Bayesian Models of Speech Understanding for a Clinical Population

Authors: Malcolm Slaney1, Matthew Fitzgerald1

1Stanford University

Background: We use Bayesian modeling to connect audiology tests such as speech in noise (SPIN) and not only predict missing data, but also reason about the quality of our models. Modern auditory models describe everything from the mechanics to cortical processing, and include thousands of parameters. We can’t perform every audiological or psychoacoustic test on a patient. Yet we want the data from these tests so we can tune the large number of parameters in these detailed auditory models. A Bayesian model allows us to statistically model the connections between different kinds of data. The output of the Bayesian process is a directed graph of probability distributions that allow us to reason about the distribution of missing data. Most importantly the final distributions are not Gaussian, so we use new efficient sampling methods to estimate these unknown distributions. Here we show results from a preliminary Bayesian model of SPIN performance using clinical data.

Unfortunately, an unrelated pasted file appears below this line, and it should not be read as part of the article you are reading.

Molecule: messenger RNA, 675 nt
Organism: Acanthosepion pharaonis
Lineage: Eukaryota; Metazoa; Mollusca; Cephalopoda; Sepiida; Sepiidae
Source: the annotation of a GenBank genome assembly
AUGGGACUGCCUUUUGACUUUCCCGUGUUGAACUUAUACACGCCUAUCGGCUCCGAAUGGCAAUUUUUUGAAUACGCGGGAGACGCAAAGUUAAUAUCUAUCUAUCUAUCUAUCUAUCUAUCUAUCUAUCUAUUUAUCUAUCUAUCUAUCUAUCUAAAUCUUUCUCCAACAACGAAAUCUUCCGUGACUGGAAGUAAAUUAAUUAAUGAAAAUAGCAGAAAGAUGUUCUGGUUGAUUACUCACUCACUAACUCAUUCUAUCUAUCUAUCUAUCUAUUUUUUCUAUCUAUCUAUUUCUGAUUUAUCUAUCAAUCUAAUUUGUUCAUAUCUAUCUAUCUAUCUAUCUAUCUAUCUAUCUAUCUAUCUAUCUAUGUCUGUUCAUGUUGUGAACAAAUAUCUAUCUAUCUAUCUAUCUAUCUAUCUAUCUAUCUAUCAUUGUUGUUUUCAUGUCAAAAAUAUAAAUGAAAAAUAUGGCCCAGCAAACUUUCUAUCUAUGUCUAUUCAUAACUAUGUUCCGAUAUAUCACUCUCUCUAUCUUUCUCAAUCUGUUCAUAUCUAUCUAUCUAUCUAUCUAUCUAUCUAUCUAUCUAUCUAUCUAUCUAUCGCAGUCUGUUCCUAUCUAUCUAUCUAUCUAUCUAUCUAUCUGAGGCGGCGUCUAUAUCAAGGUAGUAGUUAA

Methods: Data were taken from an audiologic database with 90,000 patients. In addition to the normal demographic and threshold measurements we have supra-threshold measurements such as word-recognition in quiet (WRQ) and SPIN. We then built Bayesian models of SPIN performance.

Results: Here we present two preliminary results. We first show a model that combines demographic and threshold data to predict SPIN data as a function of age, even for patients for which we have no test data. We then show a more sophisticated model that assumes that the hearing threshold limits hearing before any cognitive effects manifest themselves. The cognitive effects are modeled with a skewed-normal distribution so cognitive degradation is a number that declines from 1.

Conclusions: While preliminary, these efforts demonstrate the feasibility of Bayesian modeling. Moreover, they reflect a vital step towards parameterization of a full auditory model from only a subset of audiologic and psychoacoustic tests